2011-04-28

(6) Max determinant problem: Algorithm 3.5, another permutation

Algorithm 3.5: another permutation

I often go to lunch with my colleagues. At this point, I started to talk about this problem. It seems, Leo, Joachim, and Marc are interested in this story. I thought minimal dot product method is a good idea, so, I was kind of proud of that I found this simple method. My friends also agreed that this might work. But, the result is complete failure as shown in the last article.

Marc suggested me a geometrical approach. The max determinant of Hadamard matrix is
If you think about this is a geometrical problem, it is simple. The distance from origin to (1,1,1, ..., 1) coordinate in n-dimensional space is

(n-dimensional Pythagoras theorem). This is one of the longest distance edge. If these length edges are all perpendicular, then the volume of such object has \sqrt{n}^n. This is exactly the Hadamard's bound. The problem arises when these vectors can not be perpendicular. For example, this Strang's question. The problems in Strang's book are always like this. It seems simple problems, but, they are deep.

Joachim also suggested me that exploiting the matrix structure. But when he told me that, I thought minimal dot product is the answer. Therefore, I stupidly disregarded it. But my approach was completely failed, I needed to think about that.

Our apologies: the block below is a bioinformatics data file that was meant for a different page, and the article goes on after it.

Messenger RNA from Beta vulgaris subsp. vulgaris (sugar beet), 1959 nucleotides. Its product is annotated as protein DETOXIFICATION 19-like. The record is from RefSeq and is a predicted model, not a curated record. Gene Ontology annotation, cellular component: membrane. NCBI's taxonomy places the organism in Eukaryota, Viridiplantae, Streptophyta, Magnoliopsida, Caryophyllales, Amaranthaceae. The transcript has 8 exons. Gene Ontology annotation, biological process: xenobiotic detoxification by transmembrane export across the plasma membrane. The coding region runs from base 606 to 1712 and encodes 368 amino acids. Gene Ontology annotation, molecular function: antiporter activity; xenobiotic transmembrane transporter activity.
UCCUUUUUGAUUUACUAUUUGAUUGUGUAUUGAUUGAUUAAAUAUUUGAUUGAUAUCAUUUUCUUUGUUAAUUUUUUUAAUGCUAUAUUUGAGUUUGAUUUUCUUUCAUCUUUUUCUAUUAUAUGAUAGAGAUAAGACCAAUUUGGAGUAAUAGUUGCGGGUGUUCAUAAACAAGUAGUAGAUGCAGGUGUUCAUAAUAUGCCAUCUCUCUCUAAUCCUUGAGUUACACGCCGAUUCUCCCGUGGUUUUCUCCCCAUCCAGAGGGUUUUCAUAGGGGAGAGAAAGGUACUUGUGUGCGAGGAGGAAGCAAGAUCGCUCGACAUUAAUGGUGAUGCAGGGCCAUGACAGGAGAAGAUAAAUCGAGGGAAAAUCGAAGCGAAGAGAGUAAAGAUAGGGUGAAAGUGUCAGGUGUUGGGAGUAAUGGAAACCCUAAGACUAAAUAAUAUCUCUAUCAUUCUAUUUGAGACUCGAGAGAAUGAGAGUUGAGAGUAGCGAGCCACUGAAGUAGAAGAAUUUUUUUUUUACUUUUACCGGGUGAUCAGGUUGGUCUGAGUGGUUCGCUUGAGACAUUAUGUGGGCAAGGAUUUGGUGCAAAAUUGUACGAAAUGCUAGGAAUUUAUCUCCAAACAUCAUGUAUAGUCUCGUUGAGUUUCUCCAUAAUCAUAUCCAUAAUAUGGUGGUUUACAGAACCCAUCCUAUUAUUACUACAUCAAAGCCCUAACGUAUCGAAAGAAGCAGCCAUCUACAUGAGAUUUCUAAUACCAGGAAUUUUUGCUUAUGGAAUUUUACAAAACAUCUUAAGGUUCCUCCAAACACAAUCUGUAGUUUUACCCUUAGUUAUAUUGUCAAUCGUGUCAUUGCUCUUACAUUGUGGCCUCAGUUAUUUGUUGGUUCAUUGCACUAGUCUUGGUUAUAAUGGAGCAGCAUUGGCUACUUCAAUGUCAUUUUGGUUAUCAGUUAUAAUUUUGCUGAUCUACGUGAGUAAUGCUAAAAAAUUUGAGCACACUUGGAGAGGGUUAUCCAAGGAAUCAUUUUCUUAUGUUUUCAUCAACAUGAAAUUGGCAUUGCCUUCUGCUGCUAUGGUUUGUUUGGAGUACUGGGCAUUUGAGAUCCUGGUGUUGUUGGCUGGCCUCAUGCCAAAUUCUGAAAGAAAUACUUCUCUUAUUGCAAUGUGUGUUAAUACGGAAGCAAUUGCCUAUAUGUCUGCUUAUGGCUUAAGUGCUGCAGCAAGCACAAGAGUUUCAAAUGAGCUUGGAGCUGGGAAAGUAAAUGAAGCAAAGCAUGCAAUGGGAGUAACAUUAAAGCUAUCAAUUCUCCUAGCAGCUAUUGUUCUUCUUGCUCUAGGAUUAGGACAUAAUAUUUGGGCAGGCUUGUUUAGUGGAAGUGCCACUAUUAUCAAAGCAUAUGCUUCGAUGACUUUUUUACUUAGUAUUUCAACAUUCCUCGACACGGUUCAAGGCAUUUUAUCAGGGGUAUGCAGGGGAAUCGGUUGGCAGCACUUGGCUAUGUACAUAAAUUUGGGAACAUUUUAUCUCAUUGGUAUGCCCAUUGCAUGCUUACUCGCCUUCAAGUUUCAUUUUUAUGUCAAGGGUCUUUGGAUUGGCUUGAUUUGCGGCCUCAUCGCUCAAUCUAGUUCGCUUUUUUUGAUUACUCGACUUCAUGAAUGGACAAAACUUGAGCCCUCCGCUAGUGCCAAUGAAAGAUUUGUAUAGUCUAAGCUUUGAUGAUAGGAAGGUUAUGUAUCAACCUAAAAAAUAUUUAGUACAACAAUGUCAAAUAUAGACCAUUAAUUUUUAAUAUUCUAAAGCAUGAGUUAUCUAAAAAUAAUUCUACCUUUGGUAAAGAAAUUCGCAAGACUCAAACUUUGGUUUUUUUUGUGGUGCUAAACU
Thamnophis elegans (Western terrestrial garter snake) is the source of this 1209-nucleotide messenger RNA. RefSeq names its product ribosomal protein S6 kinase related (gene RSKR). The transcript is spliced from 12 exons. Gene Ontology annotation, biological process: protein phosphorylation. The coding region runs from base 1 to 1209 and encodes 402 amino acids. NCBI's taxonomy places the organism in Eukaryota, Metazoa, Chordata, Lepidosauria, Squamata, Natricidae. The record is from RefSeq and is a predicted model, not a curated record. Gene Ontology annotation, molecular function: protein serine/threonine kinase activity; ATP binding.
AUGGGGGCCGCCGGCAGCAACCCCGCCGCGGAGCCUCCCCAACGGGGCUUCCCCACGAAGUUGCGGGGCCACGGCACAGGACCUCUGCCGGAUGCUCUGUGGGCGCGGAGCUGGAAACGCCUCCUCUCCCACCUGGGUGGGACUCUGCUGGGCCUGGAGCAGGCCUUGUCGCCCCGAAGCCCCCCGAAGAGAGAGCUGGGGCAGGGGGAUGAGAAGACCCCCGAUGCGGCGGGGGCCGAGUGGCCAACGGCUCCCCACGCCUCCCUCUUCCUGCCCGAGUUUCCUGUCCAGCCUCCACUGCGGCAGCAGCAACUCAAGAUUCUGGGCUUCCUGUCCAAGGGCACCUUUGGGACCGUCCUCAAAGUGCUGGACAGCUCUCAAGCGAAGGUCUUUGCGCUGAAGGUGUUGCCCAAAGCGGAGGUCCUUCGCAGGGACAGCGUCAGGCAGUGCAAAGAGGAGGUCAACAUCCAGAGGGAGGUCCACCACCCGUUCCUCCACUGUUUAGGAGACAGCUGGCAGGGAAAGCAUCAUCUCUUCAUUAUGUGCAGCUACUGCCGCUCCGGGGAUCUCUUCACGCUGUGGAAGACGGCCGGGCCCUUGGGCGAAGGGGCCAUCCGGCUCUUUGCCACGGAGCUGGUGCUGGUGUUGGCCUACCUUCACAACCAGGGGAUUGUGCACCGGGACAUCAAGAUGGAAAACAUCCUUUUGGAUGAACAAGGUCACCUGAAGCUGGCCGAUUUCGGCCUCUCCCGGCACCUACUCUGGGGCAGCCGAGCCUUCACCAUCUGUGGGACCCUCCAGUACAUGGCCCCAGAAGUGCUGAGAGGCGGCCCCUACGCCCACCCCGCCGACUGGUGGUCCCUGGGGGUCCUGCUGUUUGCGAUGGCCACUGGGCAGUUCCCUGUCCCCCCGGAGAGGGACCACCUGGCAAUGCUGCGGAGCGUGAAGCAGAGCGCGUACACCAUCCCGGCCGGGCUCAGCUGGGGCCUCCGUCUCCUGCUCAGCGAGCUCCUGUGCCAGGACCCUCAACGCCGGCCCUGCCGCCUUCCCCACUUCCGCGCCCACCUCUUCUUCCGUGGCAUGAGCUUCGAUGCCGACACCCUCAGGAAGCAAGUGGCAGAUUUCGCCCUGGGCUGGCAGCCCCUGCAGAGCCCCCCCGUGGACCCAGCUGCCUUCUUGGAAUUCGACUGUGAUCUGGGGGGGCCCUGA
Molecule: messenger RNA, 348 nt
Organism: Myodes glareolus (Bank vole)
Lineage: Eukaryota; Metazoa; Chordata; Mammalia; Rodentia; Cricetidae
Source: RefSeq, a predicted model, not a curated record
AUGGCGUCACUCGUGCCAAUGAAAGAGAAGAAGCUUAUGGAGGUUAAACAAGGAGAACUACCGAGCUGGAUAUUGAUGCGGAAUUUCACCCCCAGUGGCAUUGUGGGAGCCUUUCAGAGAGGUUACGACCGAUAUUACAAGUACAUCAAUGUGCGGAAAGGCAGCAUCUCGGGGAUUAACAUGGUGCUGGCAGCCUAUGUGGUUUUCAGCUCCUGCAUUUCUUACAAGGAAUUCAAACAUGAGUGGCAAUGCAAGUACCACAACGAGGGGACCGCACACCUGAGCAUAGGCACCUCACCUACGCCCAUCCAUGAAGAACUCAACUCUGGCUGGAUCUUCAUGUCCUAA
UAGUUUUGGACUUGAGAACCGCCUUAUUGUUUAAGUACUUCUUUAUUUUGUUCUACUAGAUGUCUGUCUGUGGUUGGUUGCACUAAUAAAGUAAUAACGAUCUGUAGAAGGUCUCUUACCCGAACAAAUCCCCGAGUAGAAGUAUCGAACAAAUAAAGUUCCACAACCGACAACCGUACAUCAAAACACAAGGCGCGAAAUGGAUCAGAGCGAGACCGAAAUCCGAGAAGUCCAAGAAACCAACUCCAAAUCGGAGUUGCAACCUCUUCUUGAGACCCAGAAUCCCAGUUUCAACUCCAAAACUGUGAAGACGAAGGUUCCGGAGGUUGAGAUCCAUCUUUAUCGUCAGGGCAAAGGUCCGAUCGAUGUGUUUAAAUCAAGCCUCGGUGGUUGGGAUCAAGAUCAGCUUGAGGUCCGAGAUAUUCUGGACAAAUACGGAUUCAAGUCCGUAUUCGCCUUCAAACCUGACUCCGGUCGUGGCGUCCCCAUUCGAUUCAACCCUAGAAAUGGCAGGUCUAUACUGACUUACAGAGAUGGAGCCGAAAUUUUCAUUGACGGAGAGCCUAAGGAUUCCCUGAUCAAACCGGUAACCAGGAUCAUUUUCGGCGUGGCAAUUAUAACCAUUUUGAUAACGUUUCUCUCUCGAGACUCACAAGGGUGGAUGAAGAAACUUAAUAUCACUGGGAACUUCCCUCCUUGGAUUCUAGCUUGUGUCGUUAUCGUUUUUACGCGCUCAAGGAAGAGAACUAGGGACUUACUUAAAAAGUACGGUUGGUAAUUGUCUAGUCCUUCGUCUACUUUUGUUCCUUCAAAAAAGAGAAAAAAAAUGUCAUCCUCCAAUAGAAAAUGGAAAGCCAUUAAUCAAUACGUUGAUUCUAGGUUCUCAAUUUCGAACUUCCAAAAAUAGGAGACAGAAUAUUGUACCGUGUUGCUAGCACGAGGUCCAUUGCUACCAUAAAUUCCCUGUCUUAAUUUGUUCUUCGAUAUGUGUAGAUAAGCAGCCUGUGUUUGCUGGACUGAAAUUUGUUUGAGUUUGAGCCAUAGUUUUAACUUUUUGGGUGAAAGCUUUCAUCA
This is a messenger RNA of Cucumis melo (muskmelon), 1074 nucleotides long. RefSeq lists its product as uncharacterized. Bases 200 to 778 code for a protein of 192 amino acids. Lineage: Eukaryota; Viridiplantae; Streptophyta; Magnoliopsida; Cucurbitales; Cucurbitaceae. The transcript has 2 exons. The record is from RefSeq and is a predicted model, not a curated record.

First of all, if the matrix has the same row, the determinant is always zero. (Think about geometry, two axes are the same, then, no volume. Like two edges of a triangle are the same, the triangle is degenerated.) This we can omit it because any determinant value if exists, the max determinant is always more than zero. Even we have a minus value, just exchange two rows, then you got a plus determinant. (This means that if I have the max determinant, then I immediately have the min determinant by exchanging any two rows. Also think about geometry, flip two axes changes the direction of the volume, means the sign is changed.)

Based on this observation, we have the following algorithm: generate all the row candidate, then permute the rows. This narrows down 2^{36} candidates to _{2^6}P_{6} candidates in n = 6 case. But this is 53981544960 cases. This is less than 2^{36}, but the almost the same order.

This algorithm can only improve 27% of the time. It is not so much gain. Let's see the next idea.

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